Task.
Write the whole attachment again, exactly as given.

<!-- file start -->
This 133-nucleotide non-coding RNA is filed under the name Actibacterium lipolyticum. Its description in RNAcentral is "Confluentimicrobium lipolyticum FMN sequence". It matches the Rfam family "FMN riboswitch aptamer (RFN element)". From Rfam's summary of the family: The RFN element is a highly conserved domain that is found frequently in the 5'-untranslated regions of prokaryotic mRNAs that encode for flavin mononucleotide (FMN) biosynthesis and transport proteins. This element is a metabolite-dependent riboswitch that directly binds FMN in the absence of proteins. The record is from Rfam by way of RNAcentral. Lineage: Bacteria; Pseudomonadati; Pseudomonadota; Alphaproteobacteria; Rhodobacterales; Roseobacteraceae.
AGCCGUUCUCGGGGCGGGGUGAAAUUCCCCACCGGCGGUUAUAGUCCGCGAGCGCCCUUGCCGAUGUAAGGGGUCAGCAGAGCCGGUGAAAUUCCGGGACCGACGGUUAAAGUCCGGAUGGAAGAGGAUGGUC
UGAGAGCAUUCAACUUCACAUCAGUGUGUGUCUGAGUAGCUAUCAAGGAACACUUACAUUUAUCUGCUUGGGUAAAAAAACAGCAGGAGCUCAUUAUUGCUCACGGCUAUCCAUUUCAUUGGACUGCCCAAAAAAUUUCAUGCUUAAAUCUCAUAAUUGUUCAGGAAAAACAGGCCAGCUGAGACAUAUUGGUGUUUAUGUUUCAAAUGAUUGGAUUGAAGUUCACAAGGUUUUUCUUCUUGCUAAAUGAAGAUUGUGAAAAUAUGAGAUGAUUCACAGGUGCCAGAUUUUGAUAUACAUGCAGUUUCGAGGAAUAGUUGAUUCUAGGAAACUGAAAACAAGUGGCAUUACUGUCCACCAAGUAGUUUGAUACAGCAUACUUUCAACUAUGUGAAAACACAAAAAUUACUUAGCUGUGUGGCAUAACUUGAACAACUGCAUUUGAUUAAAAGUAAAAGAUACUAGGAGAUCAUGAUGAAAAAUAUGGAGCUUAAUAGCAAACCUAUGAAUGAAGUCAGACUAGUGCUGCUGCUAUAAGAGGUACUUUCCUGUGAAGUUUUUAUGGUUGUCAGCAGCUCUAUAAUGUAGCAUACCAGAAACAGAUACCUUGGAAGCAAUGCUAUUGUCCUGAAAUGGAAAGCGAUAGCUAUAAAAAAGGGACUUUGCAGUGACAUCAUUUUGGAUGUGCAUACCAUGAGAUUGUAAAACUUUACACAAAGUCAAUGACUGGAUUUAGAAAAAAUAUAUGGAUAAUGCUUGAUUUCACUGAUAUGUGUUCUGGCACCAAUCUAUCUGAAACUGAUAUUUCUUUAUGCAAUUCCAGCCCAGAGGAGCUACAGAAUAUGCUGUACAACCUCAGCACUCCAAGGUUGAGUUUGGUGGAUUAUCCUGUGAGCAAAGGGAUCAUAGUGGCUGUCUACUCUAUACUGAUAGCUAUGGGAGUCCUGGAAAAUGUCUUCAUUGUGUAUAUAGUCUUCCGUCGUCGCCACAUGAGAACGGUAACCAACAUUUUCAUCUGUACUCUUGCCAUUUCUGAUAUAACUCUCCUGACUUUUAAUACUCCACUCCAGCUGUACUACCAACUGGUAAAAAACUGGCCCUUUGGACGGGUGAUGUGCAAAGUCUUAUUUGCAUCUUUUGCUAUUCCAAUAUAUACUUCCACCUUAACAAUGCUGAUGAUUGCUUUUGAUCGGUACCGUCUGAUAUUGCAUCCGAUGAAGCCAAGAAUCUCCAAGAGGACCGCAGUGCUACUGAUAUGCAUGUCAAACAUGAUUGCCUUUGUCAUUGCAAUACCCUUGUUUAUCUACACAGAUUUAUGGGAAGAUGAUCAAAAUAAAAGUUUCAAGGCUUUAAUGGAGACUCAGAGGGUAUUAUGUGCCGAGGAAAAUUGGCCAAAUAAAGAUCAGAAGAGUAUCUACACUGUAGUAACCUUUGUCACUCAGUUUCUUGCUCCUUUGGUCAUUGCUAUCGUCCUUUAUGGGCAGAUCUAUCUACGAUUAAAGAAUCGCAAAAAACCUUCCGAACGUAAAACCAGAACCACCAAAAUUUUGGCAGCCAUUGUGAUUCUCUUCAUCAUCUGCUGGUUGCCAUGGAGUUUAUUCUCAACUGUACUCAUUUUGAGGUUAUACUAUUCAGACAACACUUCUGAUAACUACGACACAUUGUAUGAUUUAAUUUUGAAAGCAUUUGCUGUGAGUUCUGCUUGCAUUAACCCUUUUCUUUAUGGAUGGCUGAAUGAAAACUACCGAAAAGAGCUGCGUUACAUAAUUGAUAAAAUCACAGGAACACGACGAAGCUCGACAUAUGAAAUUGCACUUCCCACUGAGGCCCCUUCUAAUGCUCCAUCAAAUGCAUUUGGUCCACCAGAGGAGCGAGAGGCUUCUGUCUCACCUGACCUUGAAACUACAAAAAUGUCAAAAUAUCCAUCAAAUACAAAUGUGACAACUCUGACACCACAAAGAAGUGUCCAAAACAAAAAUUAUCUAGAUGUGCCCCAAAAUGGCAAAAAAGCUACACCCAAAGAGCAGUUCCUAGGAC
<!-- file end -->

This 133-nucleotide non-coding RNA is filed under the name Actibacterium lipolyticum. Its description in RNAcentral is "Confluentimicrobium lipolyticum FMN sequence". It matches the Rfam family "FMN riboswitch aptamer (RFN element)". From Rfam's summary of the family: The RFN element is a highly conserved domain that is found frequently in the 5'-untranslated regions of prokaryotic mRNAs that encode for flavin mononucleotide (FMN) biosynthesis and transport proteins. This element is a metabolite-dependent riboswitch that directly binds FMN in the absence of proteins. The record is from Rfam by way of RNAcentral. Lineage: Bacteria; Pseudomonadati; Pseudomonadota; Alphaproteobacteria; Rhodobacterales; Roseobacteraceae.
AGCCGUUCUCGGGGCGGGGUGAAAUUCCCCACCGGCGGUUAUAGUCCGCGAGCGCCCUUGCCGAUGUAAGGGGUCAGCAGAGCCGGUGAAAUUCCGGGACCGACGGUUAAAGUCCGGAUGGAAGAGGAUGGUC
UGAGAGCAUUCAACUUCACAUCAGUGUGUGUCUGAGUAGCUAUCAAGGAACACUUACAUUUAUCUGCUUGGGUAAAAAAACAGCAGGAGCUCAUUAUUGCUCACGGCUAUCCAUUUCAUUGGACUGCCCAAAAAAUUUCAUGCUUAAAUCUCAUAAUUGUUCAGGAAAAACAGGCCAGCUGAGACAUAUUGGUGUUUAUGUUUCAAAUGAUUGGAUUGAAGUUCACAAGGUUUUUCUUCUUGCUAAAUGAAGAUUGUGAAAAUAUGAGAUGAUUCACAGGUGCCAGAUUUUGAUAUACAUGCAGUUUCGAGGAAUAGUUGAUUCUAGGAAACUGAAAACAAGUGGCAUUACUGUCCACCAAGUAGUUUGAUACAGCAUACUUUCAACUAUGUGAAAACACAAAAAUUACUUAGCUGUGUGGCAUAACUUGAACAACUGCAUUUGAUUAAAAGUAAAAGAUACUAGGAGAUCAUGAUGAAAAAUAUGGAGCUUAAUAGCAAACCUAUGAAUGAAGUCAGACUAGUGCUGCUGCUAUAAGAGGUACUUUCCUGUGAAGUUUUUAUGGUUGUCAGCAGCUCUAUAAUGUAGCAUACCAGAAACAGAUACCUUGGAAGCAAUGCUAUUGUCCUGAAAUGGAAAGCGAUAGCUAUAAAAAAGGGACUUUGCAGUGACAUCAUUUUGGAUGUGCAUACCAUGAGAUUGUAAAACUUUACACAAAGUCAAUGACUGGAUUUAGAAAAAAUAUAUGGAUAAUGCUUGAUUUCACUGAUAUGUGUUCUGGCACCAAUCUAUCUGAAACUGAUAUUUCUUUAUGCAAUUCCAGCCCAGAGGAGCUACAGAAUAUGCUGUACAACCUCAGCACUCCAAGGUUGAGUUUGGUGGAUUAUCCUGUGAGCAAAGGGAUCAUAGUGGCUGUCUACUCUAUACUGAUAGCUAUGGGAGUCCUGGAAAAUGUCUUCAUUGUGUAUAUAGUCUUCCGUCGUCGCCACAUGAGAACGGUAACCAACAUUUUCAUCUGUACUCUUGCCAUUUCUGAUAUAACUCUCCUGACUUUUAAUACUCCACUCCAGCUGUACUACCAACUGGUAAAAAACUGGCCCUUUGGACGGGUGAUGUGCAAAGUCUUAUUUGCAUCUUUUGCUAUUCCAAUAUAUACUUCCACCUUAACAAUGCUGAUGAUUGCUUUUGAUCGGUACCGUCUGAUAUUGCAUCCGAUGAAGCCAAGAAUCUCCAAGAGGACCGCAGUGCUACUGAUAUGCAUGUCAAACAUGAUUGCCUUUGUCAUUGCAAUACCCUUGUUUAUCUACACAGAUUUAUGGGAAGAUGAUCAAAAUAAAAGUUUCAAGGCUUUAAUGGAGACUCAGAGGGUAUUAUGUGCCGAGGAAAAUUGGCCAAAUAAAGAUCAGAAGAGUAUCUACACUGUAGUAACCUUUGUCACUCAGUUUCUUGCUCCUUUGGUCAUUGCUAUCGUCCUUUAUGGGCAGAUCUAUCUACGAUUAAAGAAUCGCAAAAAACCUUCCGAACGUAAAACCAGAACCACCAAAAUUUUGGCAGCCAUUGUGAUUCUCUUCAUCAUCUGCUGGUUGCCAUGGAGUUUAUUCUCAACUGUACUCAUUUUGAGGUUAUACUAUUCAGACAACACUUCUGAUAACUACGACACAUUGUAUGAUUUAAUUUUGAAAGCAUUUGCUGUGAGUUCUGCUUGCAUUAACCCUUUUCUUUAUGGAUGGCUGAAUGAAAACUACCGAAAAGAGCUGCGUUACAUAAUUGAUAAAAUCACAGGAACACGACGAAGCUCGACAUAUGAAAUUGCACUUCCCACUGAGGCCCCUUCUAAUGCUCCAUCAAAUGCAUUUGGUCCACCAGAGGAGCGAGAGGCUUCUGUCUCACCUGACCUUGAAACUACAAAAAUGUCAAAAUAUCCAUCAAAUACAAAUGUGACAACUCUGACACCACAAAGAAGUGUCCAAAACAAAAAUUAUCUAGAUGUGCCCCAAAAUGGCAAAAAAGCUACACCCAAAGAGCAGUUCCUAGGAC